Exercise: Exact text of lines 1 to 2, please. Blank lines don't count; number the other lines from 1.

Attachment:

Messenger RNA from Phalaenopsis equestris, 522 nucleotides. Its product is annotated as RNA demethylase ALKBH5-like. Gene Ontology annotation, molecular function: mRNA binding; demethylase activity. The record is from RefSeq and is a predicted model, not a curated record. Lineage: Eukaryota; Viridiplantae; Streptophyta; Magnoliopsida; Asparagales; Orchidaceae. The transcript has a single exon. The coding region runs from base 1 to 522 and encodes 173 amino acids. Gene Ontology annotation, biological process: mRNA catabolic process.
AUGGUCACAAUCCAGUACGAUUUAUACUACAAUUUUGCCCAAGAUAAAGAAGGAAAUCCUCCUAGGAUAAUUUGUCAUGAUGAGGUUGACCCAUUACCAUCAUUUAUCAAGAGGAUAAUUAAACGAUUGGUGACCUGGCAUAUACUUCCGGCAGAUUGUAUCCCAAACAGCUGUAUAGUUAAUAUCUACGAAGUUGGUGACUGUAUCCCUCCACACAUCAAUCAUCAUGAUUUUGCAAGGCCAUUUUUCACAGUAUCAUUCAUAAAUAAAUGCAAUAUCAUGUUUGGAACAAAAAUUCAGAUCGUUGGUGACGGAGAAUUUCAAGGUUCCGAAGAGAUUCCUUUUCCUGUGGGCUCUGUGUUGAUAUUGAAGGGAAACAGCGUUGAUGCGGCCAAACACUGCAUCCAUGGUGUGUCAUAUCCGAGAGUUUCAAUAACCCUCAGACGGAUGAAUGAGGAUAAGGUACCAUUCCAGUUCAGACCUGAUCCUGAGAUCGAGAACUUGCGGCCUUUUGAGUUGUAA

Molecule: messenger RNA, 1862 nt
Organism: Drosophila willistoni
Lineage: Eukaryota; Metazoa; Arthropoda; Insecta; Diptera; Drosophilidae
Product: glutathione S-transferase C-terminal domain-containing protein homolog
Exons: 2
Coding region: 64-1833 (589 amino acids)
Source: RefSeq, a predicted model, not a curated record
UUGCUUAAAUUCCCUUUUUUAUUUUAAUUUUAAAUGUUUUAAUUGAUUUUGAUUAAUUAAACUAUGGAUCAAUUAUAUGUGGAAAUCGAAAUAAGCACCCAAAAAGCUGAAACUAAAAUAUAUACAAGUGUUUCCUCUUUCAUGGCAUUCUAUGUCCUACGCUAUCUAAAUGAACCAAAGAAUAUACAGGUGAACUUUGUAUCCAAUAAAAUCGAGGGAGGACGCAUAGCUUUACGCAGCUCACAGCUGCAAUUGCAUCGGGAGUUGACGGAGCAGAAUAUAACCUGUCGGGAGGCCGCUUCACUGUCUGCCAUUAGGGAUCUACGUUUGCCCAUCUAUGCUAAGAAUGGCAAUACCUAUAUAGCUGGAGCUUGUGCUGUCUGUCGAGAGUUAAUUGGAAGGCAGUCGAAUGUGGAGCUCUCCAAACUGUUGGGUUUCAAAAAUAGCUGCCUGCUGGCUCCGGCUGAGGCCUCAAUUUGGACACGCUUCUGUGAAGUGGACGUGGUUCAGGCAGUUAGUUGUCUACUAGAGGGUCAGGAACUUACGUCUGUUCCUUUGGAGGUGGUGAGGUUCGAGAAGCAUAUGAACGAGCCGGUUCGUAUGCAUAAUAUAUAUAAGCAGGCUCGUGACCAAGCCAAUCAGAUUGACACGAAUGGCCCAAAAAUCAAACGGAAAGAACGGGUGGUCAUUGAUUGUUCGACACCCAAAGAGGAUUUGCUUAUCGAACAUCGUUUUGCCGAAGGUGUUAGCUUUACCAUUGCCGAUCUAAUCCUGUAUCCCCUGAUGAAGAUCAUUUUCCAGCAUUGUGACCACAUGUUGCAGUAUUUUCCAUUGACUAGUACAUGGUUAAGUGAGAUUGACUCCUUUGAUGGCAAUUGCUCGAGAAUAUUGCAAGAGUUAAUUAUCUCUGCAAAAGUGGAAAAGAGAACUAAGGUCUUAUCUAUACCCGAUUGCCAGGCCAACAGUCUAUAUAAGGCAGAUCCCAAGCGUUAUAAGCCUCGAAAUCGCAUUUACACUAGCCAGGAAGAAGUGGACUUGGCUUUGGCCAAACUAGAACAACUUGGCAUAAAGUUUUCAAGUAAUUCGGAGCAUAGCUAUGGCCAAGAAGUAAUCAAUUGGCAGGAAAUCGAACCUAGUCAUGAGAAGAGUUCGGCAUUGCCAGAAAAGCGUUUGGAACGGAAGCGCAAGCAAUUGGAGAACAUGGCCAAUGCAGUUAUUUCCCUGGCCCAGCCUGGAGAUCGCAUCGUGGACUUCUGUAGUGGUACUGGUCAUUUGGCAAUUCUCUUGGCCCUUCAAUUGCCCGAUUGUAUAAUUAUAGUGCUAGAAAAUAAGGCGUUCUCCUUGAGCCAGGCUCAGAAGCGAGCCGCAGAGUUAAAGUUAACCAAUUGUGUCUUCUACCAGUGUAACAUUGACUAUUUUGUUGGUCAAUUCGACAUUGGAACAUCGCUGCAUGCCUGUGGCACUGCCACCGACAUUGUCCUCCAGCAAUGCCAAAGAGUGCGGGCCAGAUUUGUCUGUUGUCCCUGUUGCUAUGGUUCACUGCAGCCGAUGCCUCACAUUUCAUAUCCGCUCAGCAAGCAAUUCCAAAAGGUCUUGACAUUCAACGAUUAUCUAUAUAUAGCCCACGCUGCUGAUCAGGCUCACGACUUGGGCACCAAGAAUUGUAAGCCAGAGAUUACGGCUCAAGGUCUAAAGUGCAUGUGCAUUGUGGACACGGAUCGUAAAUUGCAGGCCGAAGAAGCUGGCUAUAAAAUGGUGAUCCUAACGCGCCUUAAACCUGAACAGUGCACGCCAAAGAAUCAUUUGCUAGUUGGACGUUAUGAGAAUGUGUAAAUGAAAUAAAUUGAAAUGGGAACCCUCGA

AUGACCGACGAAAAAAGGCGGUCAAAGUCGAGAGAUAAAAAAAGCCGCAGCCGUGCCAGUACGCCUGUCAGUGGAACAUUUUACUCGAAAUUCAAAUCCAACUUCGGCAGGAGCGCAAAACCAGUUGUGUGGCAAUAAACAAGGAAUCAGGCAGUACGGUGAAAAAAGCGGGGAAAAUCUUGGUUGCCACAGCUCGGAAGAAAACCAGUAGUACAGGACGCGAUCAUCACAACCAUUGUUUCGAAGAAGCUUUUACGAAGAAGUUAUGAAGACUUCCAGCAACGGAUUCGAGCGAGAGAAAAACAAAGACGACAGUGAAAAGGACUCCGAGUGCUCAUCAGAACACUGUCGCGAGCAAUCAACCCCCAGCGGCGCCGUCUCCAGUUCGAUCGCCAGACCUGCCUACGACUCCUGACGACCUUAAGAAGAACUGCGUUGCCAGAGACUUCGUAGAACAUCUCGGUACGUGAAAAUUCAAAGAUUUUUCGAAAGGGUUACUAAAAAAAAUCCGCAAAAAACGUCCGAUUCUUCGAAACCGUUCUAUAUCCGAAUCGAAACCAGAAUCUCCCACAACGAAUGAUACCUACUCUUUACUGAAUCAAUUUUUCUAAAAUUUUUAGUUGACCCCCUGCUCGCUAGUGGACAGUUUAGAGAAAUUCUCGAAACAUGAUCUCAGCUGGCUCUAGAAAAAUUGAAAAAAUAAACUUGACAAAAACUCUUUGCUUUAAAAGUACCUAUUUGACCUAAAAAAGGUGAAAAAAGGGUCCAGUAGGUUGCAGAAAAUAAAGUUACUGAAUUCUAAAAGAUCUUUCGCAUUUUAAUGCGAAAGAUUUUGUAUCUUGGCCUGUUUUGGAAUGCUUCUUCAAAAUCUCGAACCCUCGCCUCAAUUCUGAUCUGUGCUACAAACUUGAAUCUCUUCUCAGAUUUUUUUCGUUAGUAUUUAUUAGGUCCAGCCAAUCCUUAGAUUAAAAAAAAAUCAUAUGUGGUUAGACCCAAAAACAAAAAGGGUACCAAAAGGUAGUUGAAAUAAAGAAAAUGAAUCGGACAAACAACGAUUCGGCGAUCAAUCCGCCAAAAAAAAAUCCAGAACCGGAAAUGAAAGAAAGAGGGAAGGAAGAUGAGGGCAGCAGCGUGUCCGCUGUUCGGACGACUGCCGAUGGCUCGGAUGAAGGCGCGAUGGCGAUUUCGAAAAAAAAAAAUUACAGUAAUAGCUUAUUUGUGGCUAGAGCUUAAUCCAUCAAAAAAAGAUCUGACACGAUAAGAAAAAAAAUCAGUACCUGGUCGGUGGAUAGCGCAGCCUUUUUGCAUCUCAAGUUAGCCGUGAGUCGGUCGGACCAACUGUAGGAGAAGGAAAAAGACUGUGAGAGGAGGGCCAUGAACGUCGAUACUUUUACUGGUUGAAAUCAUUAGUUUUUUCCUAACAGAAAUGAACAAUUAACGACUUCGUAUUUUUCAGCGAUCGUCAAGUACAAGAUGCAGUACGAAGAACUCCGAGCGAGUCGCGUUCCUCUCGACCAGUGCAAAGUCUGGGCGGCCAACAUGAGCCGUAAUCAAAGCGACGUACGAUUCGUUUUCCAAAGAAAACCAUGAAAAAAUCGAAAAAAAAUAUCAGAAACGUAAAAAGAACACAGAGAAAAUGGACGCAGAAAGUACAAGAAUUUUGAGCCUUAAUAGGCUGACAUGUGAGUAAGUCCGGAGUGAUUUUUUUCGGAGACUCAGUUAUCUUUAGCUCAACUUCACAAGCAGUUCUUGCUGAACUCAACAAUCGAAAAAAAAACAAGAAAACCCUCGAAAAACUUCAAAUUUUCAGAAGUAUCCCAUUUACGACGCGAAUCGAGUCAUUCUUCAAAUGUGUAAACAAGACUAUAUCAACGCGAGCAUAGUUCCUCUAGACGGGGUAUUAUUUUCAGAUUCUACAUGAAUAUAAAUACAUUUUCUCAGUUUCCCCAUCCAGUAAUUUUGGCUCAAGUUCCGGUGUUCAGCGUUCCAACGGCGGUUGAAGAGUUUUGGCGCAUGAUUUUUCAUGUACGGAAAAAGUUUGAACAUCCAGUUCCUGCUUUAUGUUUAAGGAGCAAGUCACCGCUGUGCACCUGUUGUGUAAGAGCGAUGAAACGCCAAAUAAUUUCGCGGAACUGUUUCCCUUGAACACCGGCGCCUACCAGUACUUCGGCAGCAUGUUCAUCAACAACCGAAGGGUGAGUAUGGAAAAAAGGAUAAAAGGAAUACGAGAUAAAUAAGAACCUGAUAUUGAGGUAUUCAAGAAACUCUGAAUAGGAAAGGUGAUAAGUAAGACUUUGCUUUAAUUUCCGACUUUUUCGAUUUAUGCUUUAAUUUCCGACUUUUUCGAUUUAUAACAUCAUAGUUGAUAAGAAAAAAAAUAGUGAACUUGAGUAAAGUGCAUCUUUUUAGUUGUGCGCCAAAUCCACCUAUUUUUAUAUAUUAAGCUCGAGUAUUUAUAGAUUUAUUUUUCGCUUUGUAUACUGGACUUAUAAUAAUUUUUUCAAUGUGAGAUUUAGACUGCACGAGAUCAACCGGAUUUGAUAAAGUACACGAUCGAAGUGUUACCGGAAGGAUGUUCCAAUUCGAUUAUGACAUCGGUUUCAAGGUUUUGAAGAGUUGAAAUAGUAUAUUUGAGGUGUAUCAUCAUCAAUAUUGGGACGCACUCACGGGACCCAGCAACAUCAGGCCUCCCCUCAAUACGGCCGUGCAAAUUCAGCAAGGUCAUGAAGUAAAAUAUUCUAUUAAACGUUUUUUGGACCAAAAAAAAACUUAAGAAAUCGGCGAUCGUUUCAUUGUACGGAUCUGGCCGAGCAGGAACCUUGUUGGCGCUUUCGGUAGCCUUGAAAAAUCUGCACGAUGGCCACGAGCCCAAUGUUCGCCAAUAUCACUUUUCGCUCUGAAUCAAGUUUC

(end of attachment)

Messenger RNA from Phalaenopsis equestris, 522 nucleotides. Its product is annotated as RNA demethylase ALKBH5-like. Gene Ontology annotation, molecular function: mRNA binding; demethylase activity. The record is from RefSeq and is a predicted model, not a curated record. Lineage: Eukaryota; Viridiplantae; Streptophyta; Magnoliopsida; Asparagales; Orchidaceae. The transcript has a single exon. The coding region runs from base 1 to 522 and encodes 173 amino acids. Gene Ontology annotation, biological process: mRNA catabolic process.
AUGGUCACAAUCCAGUACGAUUUAUACUACAAUUUUGCCCAAGAUAAAGAAGGAAAUCCUCCUAGGAUAAUUUGUCAUGAUGAGGUUGACCCAUUACCAUCAUUUAUCAAGAGGAUAAUUAAACGAUUGGUGACCUGGCAUAUACUUCCGGCAGAUUGUAUCCCAAACAGCUGUAUAGUUAAUAUCUACGAAGUUGGUGACUGUAUCCCUCCACACAUCAAUCAUCAUGAUUUUGCAAGGCCAUUUUUCACAGUAUCAUUCAUAAAUAAAUGCAAUAUCAUGUUUGGAACAAAAAUUCAGAUCGUUGGUGACGGAGAAUUUCAAGGUUCCGAAGAGAUUCCUUUUCCUGUGGGCUCUGUGUUGAUAUUGAAGGGAAACAGCGUUGAUGCGGCCAAACACUGCAUCCAUGGUGUGUCAUAUCCGAGAGUUUCAAUAACCCUCAGACGGAUGAAUGAGGAUAAGGUACCAUUCCAGUUCAGACCUGAUCCUGAGAUCGAGAACUUGCGGCCUUUUGAGUUGUAA